On July 31, 2014, Yelton sent Estep an email with subject line, “Our Way Forward, ” detailing his thoughts “about how to make this Intellisoft/Wired Fox Technologies deal work.” (ECF No. 127-3 at 26.) Yelton indicates that he anticipates a cash outlay of between $150, 000 and $350, 000 over a minimum of 12 months before the venture becomes profitable. He further states, that at a minimum “we need to fund your [Estep's] salary benefits, ” and indicated that such compensation would include, for “all Wired Fox employees, medical, dental and life coverage and the ability to participate in a 401K plan.” (Id.) Yelton told Estep that he was taking a job with a company called Ingram Micro in order to ensure that there would be enough capital to sustain the Wired Fox venture, and that Mosley and Weatherill would be stepping into his role at Wired Fox. Yelton wrote that “[Mosley] will run the company day-to-day while I support him on a weekly basis.” (Id.) Yelton further stated, “I will leave 100% of my money in the company and will add additional if needed, ” that “[t]he [Wired Fox] entity will remain the same, ” that “I [Yelton] will need to be an investor in the company so that I don't have a conflict of interest with Ingram [Micro] so [Mosley], [Weatherill] and Chris Garrison will have to be the main partners with you, ” and that “The structure of the deal will remain the same with [Mosley], [Weatherill] and Chris [Garrison] added as shareholders.” (Id. (emphasis added).) Estep contends that the phrase, “the deal, ” as used in Yelton's July 31, 2014 email refers to Estep's and Yelton's oral agreement from late June 2014, not the proposed Independent Contract Agreement from January 1, 2014. (See ECF No. 127-1 at 10.) Estep further asserts that Yelton viewed him as a 50% “partner” in Wired Fox at this point, and that Yelton was merely bringing Mosley and Weatherill in to take Yelton's place in the venture. (Id.) Yelton contends that his agreement with Estep was that Estep would become a “joint (50%) owner” of Wired Fox “if all terms of the [Independent Contractor Agreement] were satisfied by December 31, 2014.” (ECF No. 135-1 at 4; see ECF No. 71-1 ¶ 11 (“It is the intent of both parties to be joint owners in Wired Fox Technologies on or before December 31, 2014.”).)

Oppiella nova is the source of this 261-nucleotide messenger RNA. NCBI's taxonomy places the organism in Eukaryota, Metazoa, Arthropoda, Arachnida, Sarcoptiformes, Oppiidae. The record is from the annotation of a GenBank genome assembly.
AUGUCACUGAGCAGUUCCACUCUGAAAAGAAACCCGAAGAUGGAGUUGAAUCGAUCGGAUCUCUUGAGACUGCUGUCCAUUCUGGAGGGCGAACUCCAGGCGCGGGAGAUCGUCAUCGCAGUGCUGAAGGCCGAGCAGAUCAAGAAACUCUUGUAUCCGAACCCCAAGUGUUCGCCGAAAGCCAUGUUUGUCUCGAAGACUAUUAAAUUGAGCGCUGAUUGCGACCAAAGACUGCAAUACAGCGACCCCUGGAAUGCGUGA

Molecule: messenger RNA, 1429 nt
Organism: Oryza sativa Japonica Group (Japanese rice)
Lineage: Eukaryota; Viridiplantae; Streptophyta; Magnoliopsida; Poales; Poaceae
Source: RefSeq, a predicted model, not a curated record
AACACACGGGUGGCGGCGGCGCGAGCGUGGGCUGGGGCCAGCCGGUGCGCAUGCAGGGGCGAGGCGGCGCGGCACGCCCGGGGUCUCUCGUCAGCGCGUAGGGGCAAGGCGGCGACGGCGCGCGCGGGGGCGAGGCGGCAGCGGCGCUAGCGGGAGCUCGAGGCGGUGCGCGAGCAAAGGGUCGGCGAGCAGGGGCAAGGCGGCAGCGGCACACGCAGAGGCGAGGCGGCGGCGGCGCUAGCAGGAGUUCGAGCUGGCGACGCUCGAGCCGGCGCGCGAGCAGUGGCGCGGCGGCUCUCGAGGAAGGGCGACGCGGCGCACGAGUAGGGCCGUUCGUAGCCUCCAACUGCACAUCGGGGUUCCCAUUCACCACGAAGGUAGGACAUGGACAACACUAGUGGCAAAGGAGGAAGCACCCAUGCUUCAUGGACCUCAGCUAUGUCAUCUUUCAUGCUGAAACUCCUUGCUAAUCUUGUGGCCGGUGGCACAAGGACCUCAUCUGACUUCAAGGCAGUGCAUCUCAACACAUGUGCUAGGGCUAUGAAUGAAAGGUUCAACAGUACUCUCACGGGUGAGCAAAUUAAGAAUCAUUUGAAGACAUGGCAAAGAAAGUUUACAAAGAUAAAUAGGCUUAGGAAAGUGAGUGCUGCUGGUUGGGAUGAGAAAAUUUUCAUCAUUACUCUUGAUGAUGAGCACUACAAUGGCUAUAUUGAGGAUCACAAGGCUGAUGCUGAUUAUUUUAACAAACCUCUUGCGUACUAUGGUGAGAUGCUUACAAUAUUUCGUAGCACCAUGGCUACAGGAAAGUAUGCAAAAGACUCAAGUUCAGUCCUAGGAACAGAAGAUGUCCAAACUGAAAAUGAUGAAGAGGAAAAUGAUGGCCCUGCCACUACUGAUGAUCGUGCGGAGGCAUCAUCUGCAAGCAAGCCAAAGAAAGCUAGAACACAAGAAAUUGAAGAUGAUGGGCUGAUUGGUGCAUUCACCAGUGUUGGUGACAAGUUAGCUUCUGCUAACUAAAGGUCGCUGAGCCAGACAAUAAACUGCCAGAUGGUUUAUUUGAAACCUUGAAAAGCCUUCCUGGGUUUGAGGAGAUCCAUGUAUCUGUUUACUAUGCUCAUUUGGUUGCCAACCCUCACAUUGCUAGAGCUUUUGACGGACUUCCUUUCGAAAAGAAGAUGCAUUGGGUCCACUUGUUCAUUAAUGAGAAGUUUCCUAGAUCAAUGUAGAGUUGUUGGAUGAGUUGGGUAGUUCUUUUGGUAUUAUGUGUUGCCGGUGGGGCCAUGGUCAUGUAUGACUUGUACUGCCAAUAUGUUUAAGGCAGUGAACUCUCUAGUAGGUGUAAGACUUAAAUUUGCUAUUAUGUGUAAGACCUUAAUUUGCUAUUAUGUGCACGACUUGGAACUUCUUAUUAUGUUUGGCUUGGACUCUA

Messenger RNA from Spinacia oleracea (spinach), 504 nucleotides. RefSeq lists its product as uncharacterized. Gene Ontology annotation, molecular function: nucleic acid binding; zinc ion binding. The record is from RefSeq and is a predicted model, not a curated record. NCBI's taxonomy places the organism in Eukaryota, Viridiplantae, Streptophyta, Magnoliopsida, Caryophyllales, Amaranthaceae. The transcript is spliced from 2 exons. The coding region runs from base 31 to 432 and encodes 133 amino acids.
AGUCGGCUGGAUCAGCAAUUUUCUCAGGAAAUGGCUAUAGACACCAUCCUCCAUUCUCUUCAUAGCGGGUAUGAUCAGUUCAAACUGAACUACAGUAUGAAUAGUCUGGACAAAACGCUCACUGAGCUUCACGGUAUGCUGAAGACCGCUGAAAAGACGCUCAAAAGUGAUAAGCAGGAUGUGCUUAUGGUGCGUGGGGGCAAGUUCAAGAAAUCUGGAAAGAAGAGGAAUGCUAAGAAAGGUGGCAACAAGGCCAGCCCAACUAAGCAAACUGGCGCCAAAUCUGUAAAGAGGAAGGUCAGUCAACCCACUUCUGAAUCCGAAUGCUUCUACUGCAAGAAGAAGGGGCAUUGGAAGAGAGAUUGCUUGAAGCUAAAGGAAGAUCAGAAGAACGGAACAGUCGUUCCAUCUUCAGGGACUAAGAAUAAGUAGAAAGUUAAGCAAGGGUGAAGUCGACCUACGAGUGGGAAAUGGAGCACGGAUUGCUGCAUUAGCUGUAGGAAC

Estep continued to perform his programming duties as before, while Mosley and Weatherill assumed the day-to-day operations of Wired Fox and Yelton went to work for Ingram Micro. (ECF No. 135-1 ¶ 15.) During this period, Mosley and Weatherill were providing the funds necessary to keep Wired Fox operational and were making efforts to reach a final joint venture agreement between the parties. (Id.)